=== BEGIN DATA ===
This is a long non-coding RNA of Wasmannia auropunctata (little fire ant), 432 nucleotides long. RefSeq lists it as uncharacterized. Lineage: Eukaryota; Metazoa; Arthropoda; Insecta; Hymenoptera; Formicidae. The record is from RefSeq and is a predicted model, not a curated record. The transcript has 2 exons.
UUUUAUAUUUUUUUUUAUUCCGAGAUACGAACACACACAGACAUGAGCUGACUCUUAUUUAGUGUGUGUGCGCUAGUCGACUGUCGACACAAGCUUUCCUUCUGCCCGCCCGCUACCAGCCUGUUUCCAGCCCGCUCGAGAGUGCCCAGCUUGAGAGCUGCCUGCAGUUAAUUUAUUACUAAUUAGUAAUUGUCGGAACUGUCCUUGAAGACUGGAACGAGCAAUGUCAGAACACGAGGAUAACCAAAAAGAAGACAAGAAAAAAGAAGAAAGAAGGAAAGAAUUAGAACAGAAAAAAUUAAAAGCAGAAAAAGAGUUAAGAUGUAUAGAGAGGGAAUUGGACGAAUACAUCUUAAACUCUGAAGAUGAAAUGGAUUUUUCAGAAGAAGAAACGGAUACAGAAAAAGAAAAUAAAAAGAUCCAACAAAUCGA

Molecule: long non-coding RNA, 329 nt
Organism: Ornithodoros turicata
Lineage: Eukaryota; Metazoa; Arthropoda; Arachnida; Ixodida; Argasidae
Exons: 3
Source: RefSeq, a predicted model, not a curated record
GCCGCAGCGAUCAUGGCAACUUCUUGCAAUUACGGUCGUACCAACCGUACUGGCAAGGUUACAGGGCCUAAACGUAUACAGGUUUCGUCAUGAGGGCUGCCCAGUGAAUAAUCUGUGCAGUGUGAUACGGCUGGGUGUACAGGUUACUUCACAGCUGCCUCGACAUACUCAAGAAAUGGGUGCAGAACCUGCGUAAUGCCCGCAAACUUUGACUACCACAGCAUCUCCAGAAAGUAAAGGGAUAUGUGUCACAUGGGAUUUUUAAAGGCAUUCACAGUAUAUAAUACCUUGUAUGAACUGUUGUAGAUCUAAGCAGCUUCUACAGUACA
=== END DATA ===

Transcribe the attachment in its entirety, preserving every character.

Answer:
This is a long non-coding RNA of Wasmannia auropunctata (little fire ant), 432 nucleotides long. RefSeq lists it as uncharacterized. Lineage: Eukaryota; Metazoa; Arthropoda; Insecta; Hymenoptera; Formicidae. The record is from RefSeq and is a predicted model, not a curated record. The transcript has 2 exons.
UUUUAUAUUUUUUUUUAUUCCGAGAUACGAACACACACAGACAUGAGCUGACUCUUAUUUAGUGUGUGUGCGCUAGUCGACUGUCGACACAAGCUUUCCUUCUGCCCGCCCGCUACCAGCCUGUUUCCAGCCCGCUCGAGAGUGCCCAGCUUGAGAGCUGCCUGCAGUUAAUUUAUUACUAAUUAGUAAUUGUCGGAACUGUCCUUGAAGACUGGAACGAGCAAUGUCAGAACACGAGGAUAACCAAAAAGAAGACAAGAAAAAAGAAGAAAGAAGGAAAGAAUUAGAACAGAAAAAAUUAAAAGCAGAAAAAGAGUUAAGAUGUAUAGAGAGGGAAUUGGACGAAUACAUCUUAAACUCUGAAGAUGAAAUGGAUUUUUCAGAAGAAGAAACGGAUACAGAAAAAGAAAAUAAAAAGAUCCAACAAAUCGA

Molecule: long non-coding RNA, 329 nt
Organism: Ornithodoros turicata
Lineage: Eukaryota; Metazoa; Arthropoda; Arachnida; Ixodida; Argasidae
Exons: 3
Source: RefSeq, a predicted model, not a curated record
GCCGCAGCGAUCAUGGCAACUUCUUGCAAUUACGGUCGUACCAACCGUACUGGCAAGGUUACAGGGCCUAAACGUAUACAGGUUUCGUCAUGAGGGCUGCCCAGUGAAUAAUCUGUGCAGUGUGAUACGGCUGGGUGUACAGGUUACUUCACAGCUGCCUCGACAUACUCAAGAAAUGGGUGCAGAACCUGCGUAAUGCCCGCAAACUUUGACUACCACAGCAUCUCCAGAAAGUAAAGGGAUAUGUGUCACAUGGGAUUUUUAAAGGCAUUCACAGUAUAUAAUACCUUGUAUGAACUGUUGUAGAUCUAAGCAGCUUCUACAGUACA